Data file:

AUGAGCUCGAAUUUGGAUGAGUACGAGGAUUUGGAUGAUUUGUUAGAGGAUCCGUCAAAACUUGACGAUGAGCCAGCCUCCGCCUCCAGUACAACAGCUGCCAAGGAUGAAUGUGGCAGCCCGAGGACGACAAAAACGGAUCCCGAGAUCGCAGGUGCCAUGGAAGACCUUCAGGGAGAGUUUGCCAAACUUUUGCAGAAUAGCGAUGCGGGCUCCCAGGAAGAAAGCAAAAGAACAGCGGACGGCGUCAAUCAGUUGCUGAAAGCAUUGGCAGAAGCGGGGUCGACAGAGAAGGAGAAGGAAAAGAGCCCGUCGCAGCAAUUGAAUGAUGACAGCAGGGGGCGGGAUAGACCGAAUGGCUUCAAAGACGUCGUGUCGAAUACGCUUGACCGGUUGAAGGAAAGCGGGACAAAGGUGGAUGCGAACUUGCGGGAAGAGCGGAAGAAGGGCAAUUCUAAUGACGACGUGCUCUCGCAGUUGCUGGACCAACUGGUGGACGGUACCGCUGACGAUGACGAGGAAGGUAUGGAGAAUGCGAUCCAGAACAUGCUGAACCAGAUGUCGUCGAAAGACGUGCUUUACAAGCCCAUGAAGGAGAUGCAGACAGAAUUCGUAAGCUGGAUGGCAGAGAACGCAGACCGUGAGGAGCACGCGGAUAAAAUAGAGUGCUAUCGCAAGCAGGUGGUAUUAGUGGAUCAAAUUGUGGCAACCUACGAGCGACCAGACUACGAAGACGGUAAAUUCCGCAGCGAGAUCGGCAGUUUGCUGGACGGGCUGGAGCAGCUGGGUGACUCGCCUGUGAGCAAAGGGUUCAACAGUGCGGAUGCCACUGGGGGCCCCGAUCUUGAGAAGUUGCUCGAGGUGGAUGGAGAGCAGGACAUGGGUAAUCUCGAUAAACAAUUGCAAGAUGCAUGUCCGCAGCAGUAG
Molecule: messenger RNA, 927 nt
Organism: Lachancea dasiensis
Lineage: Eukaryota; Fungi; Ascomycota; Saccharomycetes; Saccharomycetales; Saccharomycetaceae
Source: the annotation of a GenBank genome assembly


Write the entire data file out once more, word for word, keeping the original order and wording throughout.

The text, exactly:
AUGAGCUCGAAUUUGGAUGAGUACGAGGAUUUGGAUGAUUUGUUAGAGGAUCCGUCAAAACUUGACGAUGAGCCAGCCUCCGCCUCCAGUACAACAGCUGCCAAGGAUGAAUGUGGCAGCCCGAGGACGACAAAAACGGAUCCCGAGAUCGCAGGUGCCAUGGAAGACCUUCAGGGAGAGUUUGCCAAACUUUUGCAGAAUAGCGAUGCGGGCUCCCAGGAAGAAAGCAAAAGAACAGCGGACGGCGUCAAUCAGUUGCUGAAAGCAUUGGCAGAAGCGGGGUCGACAGAGAAGGAGAAGGAAAAGAGCCCGUCGCAGCAAUUGAAUGAUGACAGCAGGGGGCGGGAUAGACCGAAUGGCUUCAAAGACGUCGUGUCGAAUACGCUUGACCGGUUGAAGGAAAGCGGGACAAAGGUGGAUGCGAACUUGCGGGAAGAGCGGAAGAAGGGCAAUUCUAAUGACGACGUGCUCUCGCAGUUGCUGGACCAACUGGUGGACGGUACCGCUGACGAUGACGAGGAAGGUAUGGAGAAUGCGAUCCAGAACAUGCUGAACCAGAUGUCGUCGAAAGACGUGCUUUACAAGCCCAUGAAGGAGAUGCAGACAGAAUUCGUAAGCUGGAUGGCAGAGAACGCAGACCGUGAGGAGCACGCGGAUAAAAUAGAGUGCUAUCGCAAGCAGGUGGUAUUAGUGGAUCAAAUUGUGGCAACCUACGAGCGACCAGACUACGAAGACGGUAAAUUCCGCAGCGAGAUCGGCAGUUUGCUGGACGGGCUGGAGCAGCUGGGUGACUCGCCUGUGAGCAAAGGGUUCAACAGUGCGGAUGCCACUGGGGGCCCCGAUCUUGAGAAGUUGCUCGAGGUGGAUGGAGAGCAGGACAUGGGUAAUCUCGAUAAACAAUUGCAAGAUGCAUGUCCGCAGCAGUAG
Molecule: messenger RNA, 927 nt
Organism: Lachancea dasiensis
Lineage: Eukaryota; Fungi; Ascomycota; Saccharomycetes; Saccharomycetales; Saccharomycetaceae
Source: the annotation of a GenBank genome assembly